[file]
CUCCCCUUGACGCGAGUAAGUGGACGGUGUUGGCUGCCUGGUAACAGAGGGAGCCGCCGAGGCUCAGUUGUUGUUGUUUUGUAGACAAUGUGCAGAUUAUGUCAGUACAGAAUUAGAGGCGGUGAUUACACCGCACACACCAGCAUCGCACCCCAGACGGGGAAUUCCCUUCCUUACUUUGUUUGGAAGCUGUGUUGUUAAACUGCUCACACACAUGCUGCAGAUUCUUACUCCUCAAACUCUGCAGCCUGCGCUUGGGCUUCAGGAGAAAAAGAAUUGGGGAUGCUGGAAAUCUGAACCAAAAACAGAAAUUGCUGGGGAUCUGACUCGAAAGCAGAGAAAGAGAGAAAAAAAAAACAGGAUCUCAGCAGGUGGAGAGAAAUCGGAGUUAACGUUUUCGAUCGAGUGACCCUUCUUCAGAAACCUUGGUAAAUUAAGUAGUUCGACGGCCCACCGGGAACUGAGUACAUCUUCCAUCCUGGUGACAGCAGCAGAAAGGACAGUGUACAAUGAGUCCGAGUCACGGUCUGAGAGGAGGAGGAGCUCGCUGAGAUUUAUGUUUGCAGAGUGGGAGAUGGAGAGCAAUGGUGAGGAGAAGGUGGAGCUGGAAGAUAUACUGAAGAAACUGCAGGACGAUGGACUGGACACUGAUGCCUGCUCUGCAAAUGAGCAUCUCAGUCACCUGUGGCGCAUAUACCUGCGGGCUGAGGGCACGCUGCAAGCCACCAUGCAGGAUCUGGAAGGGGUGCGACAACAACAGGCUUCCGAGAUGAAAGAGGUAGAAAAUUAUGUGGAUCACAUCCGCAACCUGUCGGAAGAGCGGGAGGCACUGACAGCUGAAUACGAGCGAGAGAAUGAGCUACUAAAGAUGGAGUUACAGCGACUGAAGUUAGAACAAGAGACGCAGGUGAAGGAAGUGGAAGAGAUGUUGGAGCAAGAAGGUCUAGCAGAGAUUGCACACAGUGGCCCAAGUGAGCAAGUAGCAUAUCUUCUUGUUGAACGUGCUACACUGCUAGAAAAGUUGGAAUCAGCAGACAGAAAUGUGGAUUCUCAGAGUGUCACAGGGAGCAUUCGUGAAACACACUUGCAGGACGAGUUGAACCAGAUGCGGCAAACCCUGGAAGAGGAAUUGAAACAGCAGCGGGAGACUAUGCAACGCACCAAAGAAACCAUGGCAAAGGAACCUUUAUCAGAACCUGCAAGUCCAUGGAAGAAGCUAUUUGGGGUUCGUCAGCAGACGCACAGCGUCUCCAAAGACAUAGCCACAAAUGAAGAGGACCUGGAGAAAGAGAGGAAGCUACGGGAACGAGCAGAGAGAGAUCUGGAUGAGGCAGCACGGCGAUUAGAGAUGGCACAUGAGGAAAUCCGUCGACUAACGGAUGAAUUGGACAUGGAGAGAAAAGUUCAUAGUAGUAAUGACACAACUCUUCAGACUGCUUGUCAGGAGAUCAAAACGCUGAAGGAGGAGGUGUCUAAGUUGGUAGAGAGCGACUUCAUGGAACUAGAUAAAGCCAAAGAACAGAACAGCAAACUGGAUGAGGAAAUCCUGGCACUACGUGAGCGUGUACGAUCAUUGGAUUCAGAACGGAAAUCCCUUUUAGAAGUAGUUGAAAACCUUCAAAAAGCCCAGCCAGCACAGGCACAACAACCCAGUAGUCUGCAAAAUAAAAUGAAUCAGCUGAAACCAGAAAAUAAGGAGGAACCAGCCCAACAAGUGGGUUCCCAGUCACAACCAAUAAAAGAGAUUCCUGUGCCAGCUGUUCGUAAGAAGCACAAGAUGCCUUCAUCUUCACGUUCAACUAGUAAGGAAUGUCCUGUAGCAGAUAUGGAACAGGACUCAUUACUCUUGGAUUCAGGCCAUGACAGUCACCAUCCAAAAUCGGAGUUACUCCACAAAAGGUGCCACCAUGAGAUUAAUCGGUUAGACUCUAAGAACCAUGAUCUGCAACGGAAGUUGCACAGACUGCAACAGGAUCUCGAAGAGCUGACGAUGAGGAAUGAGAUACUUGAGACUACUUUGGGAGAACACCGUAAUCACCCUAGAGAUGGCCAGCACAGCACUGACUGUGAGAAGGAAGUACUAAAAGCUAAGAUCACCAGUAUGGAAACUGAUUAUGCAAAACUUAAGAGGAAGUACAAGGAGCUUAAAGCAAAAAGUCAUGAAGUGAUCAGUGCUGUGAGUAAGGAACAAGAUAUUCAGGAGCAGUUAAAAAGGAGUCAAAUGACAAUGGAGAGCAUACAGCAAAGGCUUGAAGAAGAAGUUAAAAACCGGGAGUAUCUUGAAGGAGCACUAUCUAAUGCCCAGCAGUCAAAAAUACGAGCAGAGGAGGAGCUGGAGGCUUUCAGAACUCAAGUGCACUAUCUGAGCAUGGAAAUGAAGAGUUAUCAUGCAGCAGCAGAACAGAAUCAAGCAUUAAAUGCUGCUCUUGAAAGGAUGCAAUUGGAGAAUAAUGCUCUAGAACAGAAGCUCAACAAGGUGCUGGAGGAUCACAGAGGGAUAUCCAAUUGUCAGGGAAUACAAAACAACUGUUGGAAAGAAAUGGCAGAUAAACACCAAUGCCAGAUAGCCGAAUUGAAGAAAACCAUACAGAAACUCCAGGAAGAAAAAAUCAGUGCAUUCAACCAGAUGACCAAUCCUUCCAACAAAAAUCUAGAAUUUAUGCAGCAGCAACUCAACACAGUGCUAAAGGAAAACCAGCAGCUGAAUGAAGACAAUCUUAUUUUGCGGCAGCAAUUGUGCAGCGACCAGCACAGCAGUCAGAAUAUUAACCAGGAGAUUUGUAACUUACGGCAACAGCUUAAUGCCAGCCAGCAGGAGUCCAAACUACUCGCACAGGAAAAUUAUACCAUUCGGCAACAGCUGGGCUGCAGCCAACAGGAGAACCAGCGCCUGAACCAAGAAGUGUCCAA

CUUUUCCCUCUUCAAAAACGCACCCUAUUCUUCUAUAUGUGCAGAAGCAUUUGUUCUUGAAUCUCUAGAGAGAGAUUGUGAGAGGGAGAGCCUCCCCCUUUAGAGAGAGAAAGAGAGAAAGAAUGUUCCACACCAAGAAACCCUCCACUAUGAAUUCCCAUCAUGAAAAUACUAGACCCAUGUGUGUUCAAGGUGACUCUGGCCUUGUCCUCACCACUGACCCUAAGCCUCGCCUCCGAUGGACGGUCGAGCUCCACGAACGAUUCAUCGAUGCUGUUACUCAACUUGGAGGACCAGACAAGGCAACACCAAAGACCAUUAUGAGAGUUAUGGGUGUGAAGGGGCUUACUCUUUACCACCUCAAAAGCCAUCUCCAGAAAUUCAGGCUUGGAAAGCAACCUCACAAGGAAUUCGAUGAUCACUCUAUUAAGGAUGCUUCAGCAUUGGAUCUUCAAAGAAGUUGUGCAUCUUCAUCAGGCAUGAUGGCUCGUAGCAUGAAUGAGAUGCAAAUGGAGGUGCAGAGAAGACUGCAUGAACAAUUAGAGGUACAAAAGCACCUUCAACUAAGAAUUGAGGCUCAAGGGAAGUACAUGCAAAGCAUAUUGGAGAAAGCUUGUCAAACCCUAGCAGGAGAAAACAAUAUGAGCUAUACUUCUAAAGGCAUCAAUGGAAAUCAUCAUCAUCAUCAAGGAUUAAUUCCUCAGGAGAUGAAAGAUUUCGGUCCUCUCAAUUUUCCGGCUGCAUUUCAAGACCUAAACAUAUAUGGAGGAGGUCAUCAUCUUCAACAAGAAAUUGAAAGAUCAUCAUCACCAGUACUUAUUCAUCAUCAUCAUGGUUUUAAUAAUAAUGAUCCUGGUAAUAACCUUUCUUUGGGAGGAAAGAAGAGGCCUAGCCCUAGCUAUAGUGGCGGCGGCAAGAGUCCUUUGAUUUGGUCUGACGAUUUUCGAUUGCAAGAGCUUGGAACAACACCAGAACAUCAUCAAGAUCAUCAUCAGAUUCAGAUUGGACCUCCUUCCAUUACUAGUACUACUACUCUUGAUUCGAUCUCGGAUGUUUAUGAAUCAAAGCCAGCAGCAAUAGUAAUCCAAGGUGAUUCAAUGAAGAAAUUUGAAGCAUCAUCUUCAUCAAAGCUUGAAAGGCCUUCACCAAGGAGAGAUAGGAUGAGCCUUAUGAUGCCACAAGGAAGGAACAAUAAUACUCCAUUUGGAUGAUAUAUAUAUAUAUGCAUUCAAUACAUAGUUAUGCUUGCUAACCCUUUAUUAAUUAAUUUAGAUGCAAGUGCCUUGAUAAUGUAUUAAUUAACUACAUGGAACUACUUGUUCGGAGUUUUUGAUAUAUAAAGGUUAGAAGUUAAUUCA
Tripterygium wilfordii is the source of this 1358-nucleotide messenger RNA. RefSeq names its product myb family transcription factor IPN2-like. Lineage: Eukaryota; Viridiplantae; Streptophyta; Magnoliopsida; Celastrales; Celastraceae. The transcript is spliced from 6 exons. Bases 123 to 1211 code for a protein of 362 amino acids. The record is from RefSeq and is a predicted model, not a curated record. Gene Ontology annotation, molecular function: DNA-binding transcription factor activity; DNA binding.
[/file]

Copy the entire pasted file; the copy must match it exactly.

CUCCCCUUGACGCGAGUAAGUGGACGGUGUUGGCUGCCUGGUAACAGAGGGAGCCGCCGAGGCUCAGUUGUUGUUGUUUUGUAGACAAUGUGCAGAUUAUGUCAGUACAGAAUUAGAGGCGGUGAUUACACCGCACACACCAGCAUCGCACCCCAGACGGGGAAUUCCCUUCCUUACUUUGUUUGGAAGCUGUGUUGUUAAACUGCUCACACACAUGCUGCAGAUUCUUACUCCUCAAACUCUGCAGCCUGCGCUUGGGCUUCAGGAGAAAAAGAAUUGGGGAUGCUGGAAAUCUGAACCAAAAACAGAAAUUGCUGGGGAUCUGACUCGAAAGCAGAGAAAGAGAGAAAAAAAAAACAGGAUCUCAGCAGGUGGAGAGAAAUCGGAGUUAACGUUUUCGAUCGAGUGACCCUUCUUCAGAAACCUUGGUAAAUUAAGUAGUUCGACGGCCCACCGGGAACUGAGUACAUCUUCCAUCCUGGUGACAGCAGCAGAAAGGACAGUGUACAAUGAGUCCGAGUCACGGUCUGAGAGGAGGAGGAGCUCGCUGAGAUUUAUGUUUGCAGAGUGGGAGAUGGAGAGCAAUGGUGAGGAGAAGGUGGAGCUGGAAGAUAUACUGAAGAAACUGCAGGACGAUGGACUGGACACUGAUGCCUGCUCUGCAAAUGAGCAUCUCAGUCACCUGUGGCGCAUAUACCUGCGGGCUGAGGGCACGCUGCAAGCCACCAUGCAGGAUCUGGAAGGGGUGCGACAACAACAGGCUUCCGAGAUGAAAGAGGUAGAAAAUUAUGUGGAUCACAUCCGCAACCUGUCGGAAGAGCGGGAGGCACUGACAGCUGAAUACGAGCGAGAGAAUGAGCUACUAAAGAUGGAGUUACAGCGACUGAAGUUAGAACAAGAGACGCAGGUGAAGGAAGUGGAAGAGAUGUUGGAGCAAGAAGGUCUAGCAGAGAUUGCACACAGUGGCCCAAGUGAGCAAGUAGCAUAUCUUCUUGUUGAACGUGCUACACUGCUAGAAAAGUUGGAAUCAGCAGACAGAAAUGUGGAUUCUCAGAGUGUCACAGGGAGCAUUCGUGAAACACACUUGCAGGACGAGUUGAACCAGAUGCGGCAAACCCUGGAAGAGGAAUUGAAACAGCAGCGGGAGACUAUGCAACGCACCAAAGAAACCAUGGCAAAGGAACCUUUAUCAGAACCUGCAAGUCCAUGGAAGAAGCUAUUUGGGGUUCGUCAGCAGACGCACAGCGUCUCCAAAGACAUAGCCACAAAUGAAGAGGACCUGGAGAAAGAGAGGAAGCUACGGGAACGAGCAGAGAGAGAUCUGGAUGAGGCAGCACGGCGAUUAGAGAUGGCACAUGAGGAAAUCCGUCGACUAACGGAUGAAUUGGACAUGGAGAGAAAAGUUCAUAGUAGUAAUGACACAACUCUUCAGACUGCUUGUCAGGAGAUCAAAACGCUGAAGGAGGAGGUGUCUAAGUUGGUAGAGAGCGACUUCAUGGAACUAGAUAAAGCCAAAGAACAGAACAGCAAACUGGAUGAGGAAAUCCUGGCACUACGUGAGCGUGUACGAUCAUUGGAUUCAGAACGGAAAUCCCUUUUAGAAGUAGUUGAAAACCUUCAAAAAGCCCAGCCAGCACAGGCACAACAACCCAGUAGUCUGCAAAAUAAAAUGAAUCAGCUGAAACCAGAAAAUAAGGAGGAACCAGCCCAACAAGUGGGUUCCCAGUCACAACCAAUAAAAGAGAUUCCUGUGCCAGCUGUUCGUAAGAAGCACAAGAUGCCUUCAUCUUCACGUUCAACUAGUAAGGAAUGUCCUGUAGCAGAUAUGGAACAGGACUCAUUACUCUUGGAUUCAGGCCAUGACAGUCACCAUCCAAAAUCGGAGUUACUCCACAAAAGGUGCCACCAUGAGAUUAAUCGGUUAGACUCUAAGAACCAUGAUCUGCAACGGAAGUUGCACAGACUGCAACAGGAUCUCGAAGAGCUGACGAUGAGGAAUGAGAUACUUGAGACUACUUUGGGAGAACACCGUAAUCACCCUAGAGAUGGCCAGCACAGCACUGACUGUGAGAAGGAAGUACUAAAAGCUAAGAUCACCAGUAUGGAAACUGAUUAUGCAAAACUUAAGAGGAAGUACAAGGAGCUUAAAGCAAAAAGUCAUGAAGUGAUCAGUGCUGUGAGUAAGGAACAAGAUAUUCAGGAGCAGUUAAAAAGGAGUCAAAUGACAAUGGAGAGCAUACAGCAAAGGCUUGAAGAAGAAGUUAAAAACCGGGAGUAUCUUGAAGGAGCACUAUCUAAUGCCCAGCAGUCAAAAAUACGAGCAGAGGAGGAGCUGGAGGCUUUCAGAACUCAAGUGCACUAUCUGAGCAUGGAAAUGAAGAGUUAUCAUGCAGCAGCAGAACAGAAUCAAGCAUUAAAUGCUGCUCUUGAAAGGAUGCAAUUGGAGAAUAAUGCUCUAGAACAGAAGCUCAACAAGGUGCUGGAGGAUCACAGAGGGAUAUCCAAUUGUCAGGGAAUACAAAACAACUGUUGGAAAGAAAUGGCAGAUAAACACCAAUGCCAGAUAGCCGAAUUGAAGAAAACCAUACAGAAACUCCAGGAAGAAAAAAUCAGUGCAUUCAACCAGAUGACCAAUCCUUCCAACAAAAAUCUAGAAUUUAUGCAGCAGCAACUCAACACAGUGCUAAAGGAAAACCAGCAGCUGAAUGAAGACAAUCUUAUUUUGCGGCAGCAAUUGUGCAGCGACCAGCACAGCAGUCAGAAUAUUAACCAGGAGAUUUGUAACUUACGGCAACAGCUUAAUGCCAGCCAGCAGGAGUCCAAACUACUCGCACAGGAAAAUUAUACCAUUCGGCAACAGCUGGGCUGCAGCCAACAGGAGAACCAGCGCCUGAACCAAGAAGUGUCCAA

CUUUUCCCUCUUCAAAAACGCACCCUAUUCUUCUAUAUGUGCAGAAGCAUUUGUUCUUGAAUCUCUAGAGAGAGAUUGUGAGAGGGAGAGCCUCCCCCUUUAGAGAGAGAAAGAGAGAAAGAAUGUUCCACACCAAGAAACCCUCCACUAUGAAUUCCCAUCAUGAAAAUACUAGACCCAUGUGUGUUCAAGGUGACUCUGGCCUUGUCCUCACCACUGACCCUAAGCCUCGCCUCCGAUGGACGGUCGAGCUCCACGAACGAUUCAUCGAUGCUGUUACUCAACUUGGAGGACCAGACAAGGCAACACCAAAGACCAUUAUGAGAGUUAUGGGUGUGAAGGGGCUUACUCUUUACCACCUCAAAAGCCAUCUCCAGAAAUUCAGGCUUGGAAAGCAACCUCACAAGGAAUUCGAUGAUCACUCUAUUAAGGAUGCUUCAGCAUUGGAUCUUCAAAGAAGUUGUGCAUCUUCAUCAGGCAUGAUGGCUCGUAGCAUGAAUGAGAUGCAAAUGGAGGUGCAGAGAAGACUGCAUGAACAAUUAGAGGUACAAAAGCACCUUCAACUAAGAAUUGAGGCUCAAGGGAAGUACAUGCAAAGCAUAUUGGAGAAAGCUUGUCAAACCCUAGCAGGAGAAAACAAUAUGAGCUAUACUUCUAAAGGCAUCAAUGGAAAUCAUCAUCAUCAUCAAGGAUUAAUUCCUCAGGAGAUGAAAGAUUUCGGUCCUCUCAAUUUUCCGGCUGCAUUUCAAGACCUAAACAUAUAUGGAGGAGGUCAUCAUCUUCAACAAGAAAUUGAAAGAUCAUCAUCACCAGUACUUAUUCAUCAUCAUCAUGGUUUUAAUAAUAAUGAUCCUGGUAAUAACCUUUCUUUGGGAGGAAAGAAGAGGCCUAGCCCUAGCUAUAGUGGCGGCGGCAAGAGUCCUUUGAUUUGGUCUGACGAUUUUCGAUUGCAAGAGCUUGGAACAACACCAGAACAUCAUCAAGAUCAUCAUCAGAUUCAGAUUGGACCUCCUUCCAUUACUAGUACUACUACUCUUGAUUCGAUCUCGGAUGUUUAUGAAUCAAAGCCAGCAGCAAUAGUAAUCCAAGGUGAUUCAAUGAAGAAAUUUGAAGCAUCAUCUUCAUCAAAGCUUGAAAGGCCUUCACCAAGGAGAGAUAGGAUGAGCCUUAUGAUGCCACAAGGAAGGAACAAUAAUACUCCAUUUGGAUGAUAUAUAUAUAUAUGCAUUCAAUACAUAGUUAUGCUUGCUAACCCUUUAUUAAUUAAUUUAGAUGCAAGUGCCUUGAUAAUGUAUUAAUUAACUACAUGGAACUACUUGUUCGGAGUUUUUGAUAUAUAAAGGUUAGAAGUUAAUUCA
Tripterygium wilfordii is the source of this 1358-nucleotide messenger RNA. RefSeq names its product myb family transcription factor IPN2-like. Lineage: Eukaryota; Viridiplantae; Streptophyta; Magnoliopsida; Celastrales; Celastraceae. The transcript is spliced from 6 exons. Bases 123 to 1211 code for a protein of 362 amino acids. The record is from RefSeq and is a predicted model, not a curated record. Gene Ontology annotation, molecular function: DNA-binding transcription factor activity; DNA binding.